Bibliography Tag: occupational exposure

Alavanja et al., 2004

Alavanja, M. C., Hoppin, J. A., & Kamel, F.; “Health effects of chronic pesticide exposure: cancer and neurotoxicity;” Annual review of public health, 2004, 25, 155-197; DOI: 10.1146/annurev.publhealth.25.101802.123020.

ABSTRACT:

Pesticides are widely used in agricultural and other settings, resulting in continuing human exposure. Epidemiologic studies indicate that, despite premarket animal testing, current exposures are associated with risks to human health. In this review, we describe the routes of pesticide exposures occurring today, and summarize and evaluate the epidemiologic studies of pesticide-related carcinogenicity and neurotoxicity in adults. Better understanding of the patterns of exposure, the underlying variability within the human population, and the links between the animal toxicology data and human health effects will improve the evaluation of the risks to human health posed by pesticides. Improving epidemiology studies and integrating this information with toxicology data will allow the human health risks of pesticide exposure to be more accurately judged by public health policy makers. FULL TEXT


Blair et al., 1985

Blair, A., Malker, H., Cantor, K. P., Burmeister, L., & Wiklund, K.; “Cancer among farmers. A review;” Scandinavian Journal of Work, Environment, & Health, 1985, 11(6), 397-407; DOI: 10.5271/sjweh.2208.

ABSTRACT:

During the performance of routine tasks farmers may come in contact with a variety of substances, including pesticides, solvents, oils and fuels, dusts, paints, welding fumes, zoonotic viruses, microbes, and fungi. Because some of these substances are known or suspected carcinogens, the epidemiologic literature regarding cancer risks concerning farmers has been reviewed. Farmers had consistent deficits for cancers of the colon, rectum, liver, and nose. The deficits for cancer of the lung and bladder were particularly striking, presumably due to less frequent use of tobacco among farmers than among people in many other occupational groups. Malignancies frequently showing excesses among farmers included Hodgkin’s disease, leukemia, non-Hodgkin’s lymphoma, multiple myeloma, and cancers of the lip, stomach, prostate, skin (nonmelanotic), brain, and connective tissues. The etiologic factors that may contribute to these excesses in the agricultural environment have not been identified. Detailed, analytic epidemiologic studies that incorporate environmental and biochemical monitoring are needed to clarify these associations. FULL TEXT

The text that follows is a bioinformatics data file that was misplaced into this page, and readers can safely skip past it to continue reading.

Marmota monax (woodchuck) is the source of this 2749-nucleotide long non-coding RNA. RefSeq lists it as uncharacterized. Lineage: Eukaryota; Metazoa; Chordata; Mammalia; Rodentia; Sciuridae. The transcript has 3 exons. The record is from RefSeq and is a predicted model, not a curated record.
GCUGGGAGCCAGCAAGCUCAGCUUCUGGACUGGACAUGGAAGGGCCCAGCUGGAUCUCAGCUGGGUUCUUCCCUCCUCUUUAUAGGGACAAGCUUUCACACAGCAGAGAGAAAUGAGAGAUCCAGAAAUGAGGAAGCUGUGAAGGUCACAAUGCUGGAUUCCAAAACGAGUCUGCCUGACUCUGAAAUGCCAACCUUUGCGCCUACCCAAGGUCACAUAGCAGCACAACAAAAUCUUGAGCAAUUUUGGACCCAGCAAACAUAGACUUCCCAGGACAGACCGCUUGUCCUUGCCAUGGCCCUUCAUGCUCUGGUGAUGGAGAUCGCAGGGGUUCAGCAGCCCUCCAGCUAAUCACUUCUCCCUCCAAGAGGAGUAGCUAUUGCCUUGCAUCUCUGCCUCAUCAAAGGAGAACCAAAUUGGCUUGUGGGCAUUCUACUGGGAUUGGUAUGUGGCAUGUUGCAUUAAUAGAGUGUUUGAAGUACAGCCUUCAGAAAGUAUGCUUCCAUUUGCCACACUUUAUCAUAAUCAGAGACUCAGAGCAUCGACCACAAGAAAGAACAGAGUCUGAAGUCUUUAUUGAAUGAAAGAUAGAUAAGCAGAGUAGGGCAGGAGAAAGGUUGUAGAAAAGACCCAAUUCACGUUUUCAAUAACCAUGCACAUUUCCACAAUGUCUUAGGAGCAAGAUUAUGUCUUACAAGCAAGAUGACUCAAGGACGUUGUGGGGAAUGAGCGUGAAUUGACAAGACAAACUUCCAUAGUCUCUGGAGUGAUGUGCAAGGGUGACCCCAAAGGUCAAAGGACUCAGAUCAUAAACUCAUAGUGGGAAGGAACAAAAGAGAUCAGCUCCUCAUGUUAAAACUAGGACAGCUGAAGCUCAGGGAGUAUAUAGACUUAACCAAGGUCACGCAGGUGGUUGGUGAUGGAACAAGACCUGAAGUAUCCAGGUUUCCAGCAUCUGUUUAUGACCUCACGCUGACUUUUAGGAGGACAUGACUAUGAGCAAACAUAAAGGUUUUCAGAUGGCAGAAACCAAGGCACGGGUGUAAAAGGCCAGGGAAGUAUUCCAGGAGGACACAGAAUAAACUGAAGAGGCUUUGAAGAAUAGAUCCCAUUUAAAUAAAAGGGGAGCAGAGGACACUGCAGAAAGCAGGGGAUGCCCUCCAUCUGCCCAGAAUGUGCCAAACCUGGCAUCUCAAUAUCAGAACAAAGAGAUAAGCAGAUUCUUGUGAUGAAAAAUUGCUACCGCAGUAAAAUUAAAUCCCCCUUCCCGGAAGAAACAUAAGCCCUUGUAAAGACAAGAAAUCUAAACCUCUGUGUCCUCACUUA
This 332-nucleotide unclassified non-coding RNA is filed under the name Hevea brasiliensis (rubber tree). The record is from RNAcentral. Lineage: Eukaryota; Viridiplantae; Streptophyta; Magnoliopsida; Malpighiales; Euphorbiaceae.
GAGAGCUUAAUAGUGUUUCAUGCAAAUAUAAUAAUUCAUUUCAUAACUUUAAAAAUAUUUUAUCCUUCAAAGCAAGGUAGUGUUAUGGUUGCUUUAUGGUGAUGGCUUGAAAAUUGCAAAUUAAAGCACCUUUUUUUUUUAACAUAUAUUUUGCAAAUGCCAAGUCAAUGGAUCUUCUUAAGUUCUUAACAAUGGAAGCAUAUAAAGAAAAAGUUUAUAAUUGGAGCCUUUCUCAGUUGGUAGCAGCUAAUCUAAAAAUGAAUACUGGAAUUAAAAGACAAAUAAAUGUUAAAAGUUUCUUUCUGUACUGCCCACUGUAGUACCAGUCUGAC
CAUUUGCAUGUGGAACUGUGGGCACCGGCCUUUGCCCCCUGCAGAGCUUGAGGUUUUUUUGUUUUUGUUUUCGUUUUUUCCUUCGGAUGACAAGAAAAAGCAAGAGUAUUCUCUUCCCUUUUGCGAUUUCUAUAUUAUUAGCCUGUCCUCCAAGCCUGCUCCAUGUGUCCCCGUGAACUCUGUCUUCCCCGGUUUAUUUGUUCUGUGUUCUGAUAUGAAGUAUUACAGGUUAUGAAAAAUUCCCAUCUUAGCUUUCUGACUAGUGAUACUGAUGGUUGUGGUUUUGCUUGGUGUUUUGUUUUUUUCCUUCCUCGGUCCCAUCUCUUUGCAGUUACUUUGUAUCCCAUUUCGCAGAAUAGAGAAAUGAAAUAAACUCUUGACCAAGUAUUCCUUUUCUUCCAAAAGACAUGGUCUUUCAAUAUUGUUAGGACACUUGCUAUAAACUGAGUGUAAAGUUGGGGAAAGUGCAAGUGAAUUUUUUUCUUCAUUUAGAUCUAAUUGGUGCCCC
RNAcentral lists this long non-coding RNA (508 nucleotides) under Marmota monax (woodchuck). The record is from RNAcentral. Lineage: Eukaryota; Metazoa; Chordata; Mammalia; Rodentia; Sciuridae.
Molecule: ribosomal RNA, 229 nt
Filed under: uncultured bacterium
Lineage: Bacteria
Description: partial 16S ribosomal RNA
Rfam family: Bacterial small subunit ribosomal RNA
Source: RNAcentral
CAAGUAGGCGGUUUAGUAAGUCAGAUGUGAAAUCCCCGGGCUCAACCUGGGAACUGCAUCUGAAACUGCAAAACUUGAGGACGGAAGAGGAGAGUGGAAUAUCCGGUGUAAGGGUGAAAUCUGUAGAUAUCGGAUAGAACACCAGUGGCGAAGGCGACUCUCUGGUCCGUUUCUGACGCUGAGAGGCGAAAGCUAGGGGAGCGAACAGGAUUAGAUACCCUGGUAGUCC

Blair and Zahm, 1993

Blair, A., & Zahm, S. H.; “Patterns of pesticide use among farmers: implications for epidemiologic research;” Epidemiology, 1993, 4(1), 55-62; DOI: 10.1097/00001648-199301000-00011.

ABSTRACT:

Epidemiologic studies of farmers have linked pesticides with certain cancers. Information on exposures from many of these studies was obtained by interview of farmers or their next-of-kin. The reliability and validity of data on pesticide use obtained by recall, often years after the event, have been questioned. Pesticide use, however, is an integral component in most agricultural operations, and the farmers’ knowledge and recall of chemicals used may be better than for many other occupations. Contrary to general belief, many farmers typically use only a few pesticides during their lifetimes and make only a few applications per year. Data from U.S. Department of Agriculture surveys indicate that herbicides are applied to wheat, corn, soybeans, and cotton and that application of insecticides to corn averages two or fewer times per year. In epidemiologic studies at the National Cancer Institute, the proportion of farmers ever reporting lifetime use of five or more different chemicals was 7% for insecticides and 20% for herbicides. Surrogate respondents have often been used in epidemiologic studies of cancer; they are able to recall pesticide use with less detail than the farmers themselves. The pesticides reported by surrogates were the same as reported by subjects themselves, but with less frequency. Comparison of reporting by cases and controls provided no evidence of case-response (differential) bias; thus, inaccurate recall of pesticide use by subjects or surrogates would tend to diminish risk estimates and dilute exposure-response gradients. FULL TEXT


Blair et al., 1992

Blair, A., Zahm, S. H., Pearce, N. E., Heineman, E. F., & Fraumeni, J. F., Jr.; “Clues to cancer etiology from studies of farmers;” Scandinavian Journal of Work, Environment, & Health, 1992, 18(4), 209-215; DOI: 10.5271/sjweh.1578.